Crude futures prices fell slightly on Friday, capping off a 5 percent decline from a week ago, as worries about low winter fuel inventories dissipate amid rising oil supplies.
Light, sweet crude for December declined US$0.10 to US$47.32 per barrel on the New York Mercantile Exchange, settling nearly US$8 below the late October peak of US$55.17. December Brent crude traded at US$42.31, down US$0.71 on the International Petroleum Exchange in London.
A research note by Credit Suisse First Boston said the downtrend in oil prices had reasserted itself after the markets rose Wednesday following the US government's latest petroleum supply report. That report showed the supply of distillate fuel, which includes heating oil, shrank for the eighth consecutive week -- a disappointment to many traders who had been expecting a break in the trend.
By Thursday, though, confidence that the refining industry would produce enough heating oil before winter reemerged, sending prices US$1.44 per barrel lower and reversing all but a nickel of Wednesday's gain.
"The US$55 per barrel prices seen in October were never warranted by the market fundamentals, and with no new supply threats appearing the market could not sustain the rally," the London-based World Markets Research Center said. "However, prices are unlikely to slide below US$45 in the immediate future, given the still precarious distillate situation in the US and the upcoming Nigerian general strike."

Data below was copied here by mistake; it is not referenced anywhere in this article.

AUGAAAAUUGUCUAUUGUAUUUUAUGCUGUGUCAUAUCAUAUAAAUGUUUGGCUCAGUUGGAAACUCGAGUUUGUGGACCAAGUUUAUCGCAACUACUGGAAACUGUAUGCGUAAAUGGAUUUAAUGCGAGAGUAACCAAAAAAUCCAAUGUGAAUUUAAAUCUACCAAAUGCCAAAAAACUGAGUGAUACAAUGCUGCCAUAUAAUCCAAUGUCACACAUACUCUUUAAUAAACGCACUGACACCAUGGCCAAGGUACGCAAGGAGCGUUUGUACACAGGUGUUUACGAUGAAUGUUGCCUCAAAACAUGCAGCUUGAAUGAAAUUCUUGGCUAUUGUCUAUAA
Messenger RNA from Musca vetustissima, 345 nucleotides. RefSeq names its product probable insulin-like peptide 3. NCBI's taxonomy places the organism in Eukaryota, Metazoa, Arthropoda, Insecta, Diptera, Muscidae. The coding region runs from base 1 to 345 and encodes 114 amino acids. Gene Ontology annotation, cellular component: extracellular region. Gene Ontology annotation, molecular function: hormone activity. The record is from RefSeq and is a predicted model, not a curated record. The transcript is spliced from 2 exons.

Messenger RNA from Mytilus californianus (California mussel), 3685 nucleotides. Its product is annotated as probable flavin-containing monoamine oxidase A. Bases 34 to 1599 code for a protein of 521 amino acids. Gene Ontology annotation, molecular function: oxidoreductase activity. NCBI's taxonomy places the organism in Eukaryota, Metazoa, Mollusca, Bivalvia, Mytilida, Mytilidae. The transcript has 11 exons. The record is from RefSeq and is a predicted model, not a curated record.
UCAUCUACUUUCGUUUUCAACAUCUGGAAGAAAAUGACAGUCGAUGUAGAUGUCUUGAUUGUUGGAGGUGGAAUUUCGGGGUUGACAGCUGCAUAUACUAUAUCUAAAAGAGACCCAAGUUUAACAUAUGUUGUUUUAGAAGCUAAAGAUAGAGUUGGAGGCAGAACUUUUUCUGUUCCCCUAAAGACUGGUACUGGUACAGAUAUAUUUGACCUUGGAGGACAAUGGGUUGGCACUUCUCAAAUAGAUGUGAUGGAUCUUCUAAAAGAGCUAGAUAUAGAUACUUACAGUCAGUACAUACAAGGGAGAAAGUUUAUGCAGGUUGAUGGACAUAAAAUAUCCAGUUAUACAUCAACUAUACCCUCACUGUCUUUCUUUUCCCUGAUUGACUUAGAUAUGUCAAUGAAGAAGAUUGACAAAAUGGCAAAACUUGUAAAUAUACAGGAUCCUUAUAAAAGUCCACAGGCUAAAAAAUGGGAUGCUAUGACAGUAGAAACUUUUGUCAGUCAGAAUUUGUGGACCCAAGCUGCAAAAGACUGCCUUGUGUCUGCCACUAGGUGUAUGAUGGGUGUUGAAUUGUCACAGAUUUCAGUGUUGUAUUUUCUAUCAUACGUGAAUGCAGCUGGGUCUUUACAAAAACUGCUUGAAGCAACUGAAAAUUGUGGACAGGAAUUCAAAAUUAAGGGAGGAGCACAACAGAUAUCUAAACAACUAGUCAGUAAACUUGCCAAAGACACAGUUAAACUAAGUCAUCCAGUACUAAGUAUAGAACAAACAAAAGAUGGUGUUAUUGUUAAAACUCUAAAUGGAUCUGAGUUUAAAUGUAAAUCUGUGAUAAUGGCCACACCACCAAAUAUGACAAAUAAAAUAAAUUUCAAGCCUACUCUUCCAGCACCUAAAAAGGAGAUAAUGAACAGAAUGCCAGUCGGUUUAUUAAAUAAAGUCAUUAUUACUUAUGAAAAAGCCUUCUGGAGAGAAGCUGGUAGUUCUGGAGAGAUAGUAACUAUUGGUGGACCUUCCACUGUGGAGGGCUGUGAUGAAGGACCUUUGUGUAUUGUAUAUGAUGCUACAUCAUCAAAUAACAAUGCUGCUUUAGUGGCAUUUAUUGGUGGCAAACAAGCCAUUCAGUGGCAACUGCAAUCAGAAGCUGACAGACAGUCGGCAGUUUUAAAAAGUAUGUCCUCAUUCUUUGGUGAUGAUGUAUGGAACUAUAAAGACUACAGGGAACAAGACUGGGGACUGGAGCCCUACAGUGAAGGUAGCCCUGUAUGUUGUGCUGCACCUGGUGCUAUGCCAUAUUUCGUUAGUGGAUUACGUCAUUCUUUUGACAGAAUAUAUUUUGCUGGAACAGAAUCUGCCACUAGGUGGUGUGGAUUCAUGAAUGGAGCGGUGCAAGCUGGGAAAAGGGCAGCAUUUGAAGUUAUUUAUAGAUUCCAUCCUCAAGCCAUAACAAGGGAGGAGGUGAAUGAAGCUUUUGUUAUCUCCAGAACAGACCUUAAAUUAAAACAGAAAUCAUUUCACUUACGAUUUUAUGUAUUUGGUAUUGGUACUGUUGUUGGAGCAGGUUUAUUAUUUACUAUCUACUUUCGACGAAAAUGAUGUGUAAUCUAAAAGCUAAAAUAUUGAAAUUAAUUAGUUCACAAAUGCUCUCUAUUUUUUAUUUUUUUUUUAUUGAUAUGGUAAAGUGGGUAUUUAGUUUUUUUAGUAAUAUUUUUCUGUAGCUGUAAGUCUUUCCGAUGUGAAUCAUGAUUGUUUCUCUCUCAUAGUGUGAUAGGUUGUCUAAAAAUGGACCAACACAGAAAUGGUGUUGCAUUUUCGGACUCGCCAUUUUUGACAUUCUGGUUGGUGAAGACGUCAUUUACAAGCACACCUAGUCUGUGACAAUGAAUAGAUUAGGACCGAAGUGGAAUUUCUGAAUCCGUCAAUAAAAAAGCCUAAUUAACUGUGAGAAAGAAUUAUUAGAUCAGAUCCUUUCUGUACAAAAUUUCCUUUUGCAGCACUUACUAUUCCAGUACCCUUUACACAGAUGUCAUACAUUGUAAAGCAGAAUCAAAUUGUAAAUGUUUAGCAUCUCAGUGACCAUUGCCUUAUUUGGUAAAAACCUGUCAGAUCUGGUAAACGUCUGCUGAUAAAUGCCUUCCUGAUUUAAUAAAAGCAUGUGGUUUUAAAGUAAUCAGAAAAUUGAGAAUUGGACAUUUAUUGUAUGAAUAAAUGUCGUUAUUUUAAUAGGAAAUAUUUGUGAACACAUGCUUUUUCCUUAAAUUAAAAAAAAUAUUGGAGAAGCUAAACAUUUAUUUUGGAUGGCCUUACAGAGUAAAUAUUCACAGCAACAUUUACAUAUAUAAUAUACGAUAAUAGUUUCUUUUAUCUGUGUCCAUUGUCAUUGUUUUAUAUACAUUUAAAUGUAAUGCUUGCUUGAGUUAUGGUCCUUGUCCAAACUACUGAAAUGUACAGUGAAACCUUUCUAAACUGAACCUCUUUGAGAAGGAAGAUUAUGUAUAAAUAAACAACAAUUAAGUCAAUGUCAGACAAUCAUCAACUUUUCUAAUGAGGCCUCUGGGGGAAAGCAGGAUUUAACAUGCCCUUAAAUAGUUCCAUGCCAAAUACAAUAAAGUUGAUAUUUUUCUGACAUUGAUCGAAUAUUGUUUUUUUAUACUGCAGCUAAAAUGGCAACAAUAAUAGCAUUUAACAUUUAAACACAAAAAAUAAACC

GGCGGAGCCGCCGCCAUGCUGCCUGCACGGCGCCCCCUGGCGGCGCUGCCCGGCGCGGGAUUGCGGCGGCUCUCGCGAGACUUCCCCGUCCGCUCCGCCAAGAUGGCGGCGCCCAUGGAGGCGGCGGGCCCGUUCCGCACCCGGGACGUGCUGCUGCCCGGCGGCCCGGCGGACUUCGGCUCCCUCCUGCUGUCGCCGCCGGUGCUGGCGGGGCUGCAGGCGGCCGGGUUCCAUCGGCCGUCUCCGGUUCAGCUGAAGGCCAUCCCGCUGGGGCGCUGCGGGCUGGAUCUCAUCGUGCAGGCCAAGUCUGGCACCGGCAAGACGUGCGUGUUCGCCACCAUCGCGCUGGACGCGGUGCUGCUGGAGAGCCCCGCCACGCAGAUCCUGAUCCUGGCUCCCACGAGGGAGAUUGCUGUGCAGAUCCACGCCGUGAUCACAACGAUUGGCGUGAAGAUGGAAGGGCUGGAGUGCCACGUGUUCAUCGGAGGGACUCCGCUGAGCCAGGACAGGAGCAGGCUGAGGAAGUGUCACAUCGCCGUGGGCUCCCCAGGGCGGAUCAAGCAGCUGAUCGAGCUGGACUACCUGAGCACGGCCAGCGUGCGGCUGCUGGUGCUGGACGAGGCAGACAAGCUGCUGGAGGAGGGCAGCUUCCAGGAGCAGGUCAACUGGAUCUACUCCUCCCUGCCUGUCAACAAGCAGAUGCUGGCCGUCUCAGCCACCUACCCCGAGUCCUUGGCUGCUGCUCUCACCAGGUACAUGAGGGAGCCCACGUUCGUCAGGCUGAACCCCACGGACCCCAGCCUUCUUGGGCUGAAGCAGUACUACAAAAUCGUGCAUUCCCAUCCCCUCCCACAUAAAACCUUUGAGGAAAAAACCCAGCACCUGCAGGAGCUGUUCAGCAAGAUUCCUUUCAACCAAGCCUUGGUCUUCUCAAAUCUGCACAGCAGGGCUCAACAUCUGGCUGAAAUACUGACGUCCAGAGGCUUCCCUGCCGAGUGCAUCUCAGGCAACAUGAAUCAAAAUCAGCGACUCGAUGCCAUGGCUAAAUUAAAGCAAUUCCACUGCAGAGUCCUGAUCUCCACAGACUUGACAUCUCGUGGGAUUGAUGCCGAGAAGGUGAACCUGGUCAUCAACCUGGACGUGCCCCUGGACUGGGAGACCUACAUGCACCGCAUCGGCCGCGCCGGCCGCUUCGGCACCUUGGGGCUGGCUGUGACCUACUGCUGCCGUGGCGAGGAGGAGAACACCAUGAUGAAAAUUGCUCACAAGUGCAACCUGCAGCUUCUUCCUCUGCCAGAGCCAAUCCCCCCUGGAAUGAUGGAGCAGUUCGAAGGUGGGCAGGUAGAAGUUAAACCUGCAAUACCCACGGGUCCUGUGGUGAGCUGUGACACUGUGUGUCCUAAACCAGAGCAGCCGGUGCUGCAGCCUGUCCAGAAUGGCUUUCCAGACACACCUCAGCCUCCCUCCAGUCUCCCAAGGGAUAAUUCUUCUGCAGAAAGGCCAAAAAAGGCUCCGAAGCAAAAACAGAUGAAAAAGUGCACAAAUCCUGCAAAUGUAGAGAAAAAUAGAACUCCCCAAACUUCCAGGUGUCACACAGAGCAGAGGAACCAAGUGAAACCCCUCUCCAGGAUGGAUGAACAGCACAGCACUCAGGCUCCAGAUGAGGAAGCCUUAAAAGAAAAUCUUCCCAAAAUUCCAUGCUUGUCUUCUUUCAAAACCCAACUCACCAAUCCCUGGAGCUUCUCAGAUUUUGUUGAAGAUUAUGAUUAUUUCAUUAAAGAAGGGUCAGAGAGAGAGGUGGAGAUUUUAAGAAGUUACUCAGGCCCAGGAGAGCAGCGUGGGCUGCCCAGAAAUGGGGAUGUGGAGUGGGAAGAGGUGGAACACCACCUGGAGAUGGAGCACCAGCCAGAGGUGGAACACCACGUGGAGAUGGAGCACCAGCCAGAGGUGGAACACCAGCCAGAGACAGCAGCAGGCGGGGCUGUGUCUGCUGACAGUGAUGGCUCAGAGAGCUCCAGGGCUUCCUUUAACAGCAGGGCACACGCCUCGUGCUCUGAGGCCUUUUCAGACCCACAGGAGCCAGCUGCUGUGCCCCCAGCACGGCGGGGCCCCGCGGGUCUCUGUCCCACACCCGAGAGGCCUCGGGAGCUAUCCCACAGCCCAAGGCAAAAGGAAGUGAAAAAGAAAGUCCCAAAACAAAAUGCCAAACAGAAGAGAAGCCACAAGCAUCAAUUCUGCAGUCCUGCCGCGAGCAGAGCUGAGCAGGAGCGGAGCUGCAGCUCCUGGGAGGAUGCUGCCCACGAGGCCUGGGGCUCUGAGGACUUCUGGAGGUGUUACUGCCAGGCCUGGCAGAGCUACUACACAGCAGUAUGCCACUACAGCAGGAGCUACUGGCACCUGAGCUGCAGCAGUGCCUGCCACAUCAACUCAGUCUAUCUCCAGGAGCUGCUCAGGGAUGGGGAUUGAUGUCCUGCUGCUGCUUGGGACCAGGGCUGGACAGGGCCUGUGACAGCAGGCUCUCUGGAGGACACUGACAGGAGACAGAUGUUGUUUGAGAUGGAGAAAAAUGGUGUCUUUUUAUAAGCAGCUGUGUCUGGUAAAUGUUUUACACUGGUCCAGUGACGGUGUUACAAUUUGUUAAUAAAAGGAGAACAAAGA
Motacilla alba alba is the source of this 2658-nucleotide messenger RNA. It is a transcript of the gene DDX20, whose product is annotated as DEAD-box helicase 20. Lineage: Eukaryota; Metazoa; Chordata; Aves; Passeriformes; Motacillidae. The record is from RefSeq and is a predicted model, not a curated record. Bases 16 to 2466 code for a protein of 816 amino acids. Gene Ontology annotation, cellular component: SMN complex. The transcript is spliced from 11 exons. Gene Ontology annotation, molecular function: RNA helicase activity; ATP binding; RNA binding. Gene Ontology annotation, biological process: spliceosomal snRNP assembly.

Wednesday's US Energy Department report showed commercially available supplies of distillates dipped by 100,000 barrels last week to 115.6 million barrels, or 13 percent below year ago levels.
Heating oil for December was unchanged at US$1.3636 per gallon on Nymex, where gasoline futures rose US$0.12 to US$1.2569 per gallon. Natural gas futures settled at US$7.16 per 1,000 cubic meters, a decline of US$0.76.
Markets have been tense for months due to the world's limited excess production capacity, now only around 1 percent above the daily consumption of 82.4 million barrels, leaving little room to maneuver in the event of a production outage. Such a disruption could come next week as Nigerian unions vowed to defy a court order blocking a strike set for Nov. 16. Nigeria produces 2.5 million barrels a day and is the world's seventh-largest exporter.